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At first I thought it was a stereo problem, but if I wear my headphones the wrong way around I still get the same result. Same as you, I can hear the sound in my right ear but not the left.

I used to be a drummer, though, and spent a good chunk of time with a headphone over my left ear as a monitor in other situations, so if above commenter is correct then that's a pretty plausible explanation.
>> No. 24873 Anonymous
10th November 2015
Tuesday 2:30 am
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Think about the layout of your kit. On the left side, you have your hi-hats and snare - they're very loud, and used almost constantly. On the right, you've got your toms, which are much quieter and generally only used for fills. The ride is less commonly used than the hats and generally played fairly quietly, as are other cymbals you might keep on the right like a splash or china.
>> No. 24874 Anonymous
10th November 2015
Tuesday 5:30 pm
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It made intuitive sense, but since I know nothing about hearing loss I didn't want to make my post sound like a confident "that's it". Thank you for the additional deatail, though.

>> No. 24839 Anonymous
4th November 2015
Wednesday 8:34 pm
24839 Contacts a bit knackered
I've had this HTC One M8 I know M8 for a few months now. At some point in the past, I sent a text to several family members, including my sister. Now, for whatever reason, every time I get a message from her, it gets lumped in with that older text, and when I reply it goes to everyone who got that original message. So far this has spoiled Father's Day and two birthdays. Even sending a fresh text message causes it to get lumped in with the others when a reply comes back. I can't seem to find any way of dissociating her messages from the thread. Even deleting the thread doesn't fix it.

How can I fix this without having to manually remove the other contacts from the message every single fucking time?
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>> No. 24840 Anonymous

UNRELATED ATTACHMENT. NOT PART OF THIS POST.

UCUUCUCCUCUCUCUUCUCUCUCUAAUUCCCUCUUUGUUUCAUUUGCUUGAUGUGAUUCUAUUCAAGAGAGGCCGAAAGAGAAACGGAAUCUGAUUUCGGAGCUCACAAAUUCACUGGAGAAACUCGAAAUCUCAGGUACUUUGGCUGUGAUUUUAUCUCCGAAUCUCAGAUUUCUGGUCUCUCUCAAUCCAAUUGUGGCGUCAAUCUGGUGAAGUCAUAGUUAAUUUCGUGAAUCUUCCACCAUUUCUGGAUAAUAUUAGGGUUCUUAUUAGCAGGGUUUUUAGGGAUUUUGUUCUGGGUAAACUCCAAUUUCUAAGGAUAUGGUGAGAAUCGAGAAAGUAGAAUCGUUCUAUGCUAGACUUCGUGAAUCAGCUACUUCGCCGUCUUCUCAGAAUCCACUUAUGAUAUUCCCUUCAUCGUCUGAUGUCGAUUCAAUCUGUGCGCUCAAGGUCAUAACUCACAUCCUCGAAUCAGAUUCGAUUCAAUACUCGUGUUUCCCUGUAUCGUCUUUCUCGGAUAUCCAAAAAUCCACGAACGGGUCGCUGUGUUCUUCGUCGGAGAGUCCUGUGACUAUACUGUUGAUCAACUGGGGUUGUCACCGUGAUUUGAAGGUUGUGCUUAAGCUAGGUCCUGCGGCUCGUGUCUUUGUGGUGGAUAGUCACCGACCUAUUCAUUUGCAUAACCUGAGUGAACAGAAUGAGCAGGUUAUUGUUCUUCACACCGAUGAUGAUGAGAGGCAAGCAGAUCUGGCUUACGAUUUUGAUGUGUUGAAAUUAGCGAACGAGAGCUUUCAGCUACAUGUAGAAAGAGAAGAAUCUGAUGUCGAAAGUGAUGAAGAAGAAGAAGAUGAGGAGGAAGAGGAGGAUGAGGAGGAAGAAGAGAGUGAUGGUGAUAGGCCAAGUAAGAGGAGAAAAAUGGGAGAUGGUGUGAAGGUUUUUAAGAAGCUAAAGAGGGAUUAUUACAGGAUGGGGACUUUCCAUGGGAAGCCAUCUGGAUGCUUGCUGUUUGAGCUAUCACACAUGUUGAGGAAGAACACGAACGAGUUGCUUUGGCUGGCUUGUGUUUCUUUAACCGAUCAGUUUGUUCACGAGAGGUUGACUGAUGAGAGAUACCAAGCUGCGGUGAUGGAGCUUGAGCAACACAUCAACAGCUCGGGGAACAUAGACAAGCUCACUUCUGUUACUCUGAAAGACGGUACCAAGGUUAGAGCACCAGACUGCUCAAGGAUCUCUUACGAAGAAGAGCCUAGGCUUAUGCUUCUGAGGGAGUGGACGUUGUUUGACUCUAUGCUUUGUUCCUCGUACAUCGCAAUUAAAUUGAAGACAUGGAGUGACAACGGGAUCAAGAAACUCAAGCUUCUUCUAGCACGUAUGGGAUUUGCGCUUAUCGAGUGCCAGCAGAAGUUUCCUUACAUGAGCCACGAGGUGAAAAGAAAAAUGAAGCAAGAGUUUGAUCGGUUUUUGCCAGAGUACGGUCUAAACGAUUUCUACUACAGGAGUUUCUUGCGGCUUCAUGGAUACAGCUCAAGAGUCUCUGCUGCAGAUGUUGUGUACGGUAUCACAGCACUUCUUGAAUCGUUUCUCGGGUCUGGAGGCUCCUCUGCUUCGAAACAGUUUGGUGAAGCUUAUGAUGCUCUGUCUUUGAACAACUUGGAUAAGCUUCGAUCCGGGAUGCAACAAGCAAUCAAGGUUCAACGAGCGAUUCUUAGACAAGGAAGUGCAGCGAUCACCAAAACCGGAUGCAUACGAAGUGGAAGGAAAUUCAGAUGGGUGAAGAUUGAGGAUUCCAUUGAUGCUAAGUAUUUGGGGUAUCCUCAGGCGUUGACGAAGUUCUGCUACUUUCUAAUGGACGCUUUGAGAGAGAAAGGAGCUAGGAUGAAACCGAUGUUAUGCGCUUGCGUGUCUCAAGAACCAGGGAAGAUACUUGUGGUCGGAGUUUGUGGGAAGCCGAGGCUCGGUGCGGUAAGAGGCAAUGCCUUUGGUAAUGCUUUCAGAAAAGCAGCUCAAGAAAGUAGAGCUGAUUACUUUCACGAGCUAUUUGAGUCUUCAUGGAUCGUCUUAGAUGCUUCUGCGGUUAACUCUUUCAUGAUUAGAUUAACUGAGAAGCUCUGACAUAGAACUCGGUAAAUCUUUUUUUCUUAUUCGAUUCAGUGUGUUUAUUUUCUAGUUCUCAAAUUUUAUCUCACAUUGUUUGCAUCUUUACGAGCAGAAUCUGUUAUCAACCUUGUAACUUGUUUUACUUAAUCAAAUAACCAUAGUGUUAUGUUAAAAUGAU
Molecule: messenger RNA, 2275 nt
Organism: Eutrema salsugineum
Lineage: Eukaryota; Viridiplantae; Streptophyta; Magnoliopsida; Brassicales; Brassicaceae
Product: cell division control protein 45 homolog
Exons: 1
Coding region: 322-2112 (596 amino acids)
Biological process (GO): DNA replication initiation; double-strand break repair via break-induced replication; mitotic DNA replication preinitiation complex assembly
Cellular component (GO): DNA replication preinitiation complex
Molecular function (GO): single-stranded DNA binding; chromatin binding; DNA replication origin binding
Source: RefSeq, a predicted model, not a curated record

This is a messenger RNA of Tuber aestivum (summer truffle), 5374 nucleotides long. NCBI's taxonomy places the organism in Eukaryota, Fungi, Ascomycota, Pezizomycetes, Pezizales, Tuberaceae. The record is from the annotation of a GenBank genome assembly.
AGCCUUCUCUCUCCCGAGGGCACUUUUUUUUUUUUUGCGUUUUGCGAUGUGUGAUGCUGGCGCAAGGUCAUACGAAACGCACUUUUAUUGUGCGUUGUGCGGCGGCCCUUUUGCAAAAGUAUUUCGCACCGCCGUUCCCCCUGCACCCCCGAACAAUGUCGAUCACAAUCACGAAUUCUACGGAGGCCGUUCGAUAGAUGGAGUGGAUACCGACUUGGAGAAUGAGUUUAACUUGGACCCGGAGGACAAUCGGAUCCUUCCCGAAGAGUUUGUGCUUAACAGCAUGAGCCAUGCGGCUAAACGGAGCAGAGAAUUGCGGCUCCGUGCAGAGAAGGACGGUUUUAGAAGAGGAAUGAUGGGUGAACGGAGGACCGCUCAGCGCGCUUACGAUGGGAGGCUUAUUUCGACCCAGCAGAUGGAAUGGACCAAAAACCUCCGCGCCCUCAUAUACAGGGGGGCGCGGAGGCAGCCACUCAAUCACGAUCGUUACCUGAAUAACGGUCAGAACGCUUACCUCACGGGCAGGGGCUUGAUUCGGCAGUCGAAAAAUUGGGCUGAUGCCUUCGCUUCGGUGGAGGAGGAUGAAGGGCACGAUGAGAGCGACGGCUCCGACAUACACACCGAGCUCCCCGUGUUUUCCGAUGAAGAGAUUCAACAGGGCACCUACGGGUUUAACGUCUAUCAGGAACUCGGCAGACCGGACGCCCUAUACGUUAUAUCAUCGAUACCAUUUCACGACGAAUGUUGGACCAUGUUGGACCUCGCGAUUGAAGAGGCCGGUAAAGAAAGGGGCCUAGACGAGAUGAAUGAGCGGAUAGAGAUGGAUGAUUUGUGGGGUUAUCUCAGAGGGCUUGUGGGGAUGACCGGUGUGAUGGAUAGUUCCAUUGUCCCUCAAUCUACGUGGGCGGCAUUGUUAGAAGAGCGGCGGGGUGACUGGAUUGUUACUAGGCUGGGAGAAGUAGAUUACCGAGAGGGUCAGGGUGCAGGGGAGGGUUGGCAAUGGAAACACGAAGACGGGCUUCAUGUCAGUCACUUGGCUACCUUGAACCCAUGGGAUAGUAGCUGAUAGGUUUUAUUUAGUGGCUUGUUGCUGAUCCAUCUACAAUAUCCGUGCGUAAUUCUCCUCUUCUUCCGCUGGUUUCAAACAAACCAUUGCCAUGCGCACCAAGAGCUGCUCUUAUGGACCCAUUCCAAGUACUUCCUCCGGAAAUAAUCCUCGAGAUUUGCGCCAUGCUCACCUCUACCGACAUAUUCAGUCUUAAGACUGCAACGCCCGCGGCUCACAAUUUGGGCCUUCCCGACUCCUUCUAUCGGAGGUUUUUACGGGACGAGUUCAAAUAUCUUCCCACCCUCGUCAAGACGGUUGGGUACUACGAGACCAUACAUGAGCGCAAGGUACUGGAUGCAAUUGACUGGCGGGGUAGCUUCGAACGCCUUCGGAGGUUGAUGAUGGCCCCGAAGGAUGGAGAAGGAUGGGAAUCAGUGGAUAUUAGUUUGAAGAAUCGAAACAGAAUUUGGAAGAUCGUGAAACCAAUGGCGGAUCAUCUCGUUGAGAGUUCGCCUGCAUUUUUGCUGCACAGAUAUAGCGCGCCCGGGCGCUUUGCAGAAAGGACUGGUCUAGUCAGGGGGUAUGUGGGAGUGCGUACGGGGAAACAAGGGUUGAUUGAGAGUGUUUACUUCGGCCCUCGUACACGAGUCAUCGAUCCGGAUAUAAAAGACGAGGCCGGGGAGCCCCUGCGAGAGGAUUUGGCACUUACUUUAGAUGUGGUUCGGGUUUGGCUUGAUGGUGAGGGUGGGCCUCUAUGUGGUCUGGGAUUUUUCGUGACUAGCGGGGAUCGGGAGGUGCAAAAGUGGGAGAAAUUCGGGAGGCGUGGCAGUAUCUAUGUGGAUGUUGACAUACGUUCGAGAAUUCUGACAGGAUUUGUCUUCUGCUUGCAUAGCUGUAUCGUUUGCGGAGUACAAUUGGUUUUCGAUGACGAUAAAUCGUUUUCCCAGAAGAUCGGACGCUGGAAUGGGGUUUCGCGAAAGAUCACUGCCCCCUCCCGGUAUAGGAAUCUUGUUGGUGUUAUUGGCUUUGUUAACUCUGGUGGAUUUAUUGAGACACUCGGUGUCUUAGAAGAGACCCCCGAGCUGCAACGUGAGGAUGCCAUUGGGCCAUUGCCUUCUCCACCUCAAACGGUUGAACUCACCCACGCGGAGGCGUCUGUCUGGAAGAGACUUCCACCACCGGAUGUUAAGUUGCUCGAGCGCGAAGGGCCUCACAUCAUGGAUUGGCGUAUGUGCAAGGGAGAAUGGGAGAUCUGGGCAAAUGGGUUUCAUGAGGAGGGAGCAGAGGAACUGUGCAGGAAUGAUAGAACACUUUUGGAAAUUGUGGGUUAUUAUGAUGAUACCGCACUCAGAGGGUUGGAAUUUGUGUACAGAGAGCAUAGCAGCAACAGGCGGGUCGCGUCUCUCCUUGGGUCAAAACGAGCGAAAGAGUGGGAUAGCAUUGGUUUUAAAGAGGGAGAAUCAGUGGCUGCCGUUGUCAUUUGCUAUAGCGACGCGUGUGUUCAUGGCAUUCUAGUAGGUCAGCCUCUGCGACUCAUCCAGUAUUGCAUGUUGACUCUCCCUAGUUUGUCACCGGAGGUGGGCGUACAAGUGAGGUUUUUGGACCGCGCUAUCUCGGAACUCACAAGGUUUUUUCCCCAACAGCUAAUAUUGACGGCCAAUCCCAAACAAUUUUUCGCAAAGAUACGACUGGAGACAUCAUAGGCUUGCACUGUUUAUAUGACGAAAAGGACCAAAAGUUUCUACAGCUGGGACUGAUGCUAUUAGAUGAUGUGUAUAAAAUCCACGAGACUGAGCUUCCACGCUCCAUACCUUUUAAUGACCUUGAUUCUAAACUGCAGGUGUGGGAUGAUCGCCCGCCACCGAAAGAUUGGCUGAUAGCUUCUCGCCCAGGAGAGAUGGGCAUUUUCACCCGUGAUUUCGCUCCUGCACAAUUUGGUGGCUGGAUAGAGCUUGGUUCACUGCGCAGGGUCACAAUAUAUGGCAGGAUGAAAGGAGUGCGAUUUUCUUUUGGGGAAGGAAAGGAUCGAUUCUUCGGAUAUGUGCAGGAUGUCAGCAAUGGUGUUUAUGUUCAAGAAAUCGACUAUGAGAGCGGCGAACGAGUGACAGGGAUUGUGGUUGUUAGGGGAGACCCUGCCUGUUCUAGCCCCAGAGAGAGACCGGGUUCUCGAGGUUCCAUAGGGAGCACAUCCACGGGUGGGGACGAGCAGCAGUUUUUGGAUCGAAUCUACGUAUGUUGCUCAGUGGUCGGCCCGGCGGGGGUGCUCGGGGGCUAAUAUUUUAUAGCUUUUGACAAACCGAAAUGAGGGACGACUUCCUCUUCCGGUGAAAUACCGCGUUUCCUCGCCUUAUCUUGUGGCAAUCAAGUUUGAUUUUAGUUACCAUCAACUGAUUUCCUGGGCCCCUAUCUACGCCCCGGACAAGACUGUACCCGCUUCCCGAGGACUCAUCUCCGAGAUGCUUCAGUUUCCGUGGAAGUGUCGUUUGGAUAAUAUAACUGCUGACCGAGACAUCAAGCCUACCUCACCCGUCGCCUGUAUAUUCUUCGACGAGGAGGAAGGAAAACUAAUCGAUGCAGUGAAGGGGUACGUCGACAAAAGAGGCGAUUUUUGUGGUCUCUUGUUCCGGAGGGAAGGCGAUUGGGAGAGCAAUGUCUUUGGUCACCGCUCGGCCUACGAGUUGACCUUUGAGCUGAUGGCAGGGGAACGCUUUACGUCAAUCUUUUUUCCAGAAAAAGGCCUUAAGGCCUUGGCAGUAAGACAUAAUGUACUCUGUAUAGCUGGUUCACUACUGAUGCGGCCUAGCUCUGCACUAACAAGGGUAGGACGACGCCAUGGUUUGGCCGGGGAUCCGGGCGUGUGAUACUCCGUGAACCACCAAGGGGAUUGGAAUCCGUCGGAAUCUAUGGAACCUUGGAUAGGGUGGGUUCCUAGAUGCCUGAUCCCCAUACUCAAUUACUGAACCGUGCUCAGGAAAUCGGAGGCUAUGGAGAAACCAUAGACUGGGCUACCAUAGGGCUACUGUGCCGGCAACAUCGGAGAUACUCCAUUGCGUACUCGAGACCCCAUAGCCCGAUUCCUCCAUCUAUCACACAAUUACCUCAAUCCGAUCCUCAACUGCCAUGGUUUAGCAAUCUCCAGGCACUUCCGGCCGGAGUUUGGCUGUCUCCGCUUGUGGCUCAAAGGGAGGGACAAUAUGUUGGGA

4th November 2015
Wednesday 8:53 pm
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You can get third party messaging apps which might do the trick.
>> No. 24841 Anonymous
4th November 2015
Wednesday 9:03 pm
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Of the ones I've tried, none of them will do it. The one that I found that claimed to edit origins only shows her number while all the others are insistent there are four recipients.

>> No. 24746 Anonymous
22nd October 2015
Thursday 8:50 pm
24746 USB Hubs
I'm in the market for a USB hub for my laptop. My main concern is will a non mains powered hub provide necessary power for my external hard and be able to charge my phone.

My other concern is price, with some hubs going for as little as £0.99 if you get what you pay for the outlook isn't very promising, here's an example of what I mean: http://www.amazon.co.uk/Laptop-Computer-4-port-Ordinary-Version/dp/B00WE5SZ6A/ref=sr_1_6?ie=UTF8&qid=1445542983&sr=8-6&keywords=usb+hub note the feedback from buyers.
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>> No. 24747 Anonymous
22nd October 2015
Thursday 10:06 pm
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Cheap hubs tend to have one socket which provides power and the rest don't, but still let you connect you usb stick, etc.

You definitely get what you pay for.
>> No. 24748 Anonymous
22nd October 2015
Thursday 11:13 pm
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>will a non mains powered hub provide necessary power for my external hard and be able to charge my phone

Probably not. The hard drive will draw close to the maximum current supplied by a typical USB port. Some laptops have high-current ports, but even then your phone will charge slowly. If you use a USB keyboard and mouse, you could run those from an unpowered hub to free up ports for your high powered devices.
>> No. 24749 Anonymous
23rd October 2015
Friday 1:40 am
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>will a non mains powered hub provide necessary power for my external hard and be able to charge my phone.
My phone warns me if it's charged on a low power USB port that doing so will affect its long-term battery life. I don't understand Li-ion battery tech enough to know if that's true, but if it is then you should probably stick to using your mains charger for your phone. (I know we've got at least one expert here who can correct me if this is wrong).

My experience of cheap USB hubs (having dealt with a bunch at work over the years) is that they are usually nothing but a headache. Especially if you're connecting devices that are drawing power from it and don't have any power supply of their own, you'll get devices disconnecting, USB power warnings from Windows, all sorts of crap. Spend a bit more and get a powered hub, with a mains adapter.

>If you use a USB keyboard and mouse, you could run those from an unpowered hub to free up ports for your high powered devices.
This is good advice, though even then I have 2.5" caddies with drives in them that won't spin up unless they have a second USB plug that's also connected to a powered USB port (see the attached).

>> No. 24743 Anonymous
18th October 2015
Sunday 11:00 pm
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Is telephone exchange equipment, most primarily DSLAMs, susceptible to brownouts?. I would imagine BT employ UPS systems, right? I keep experiencing mains voltage dips and I happen to be on the same transformer as my telephone exchange, each time this happens it knocks out my line.

My servers survive because I've got a rack of UPS boxes, but I'm trying to figure out what's killing my connection.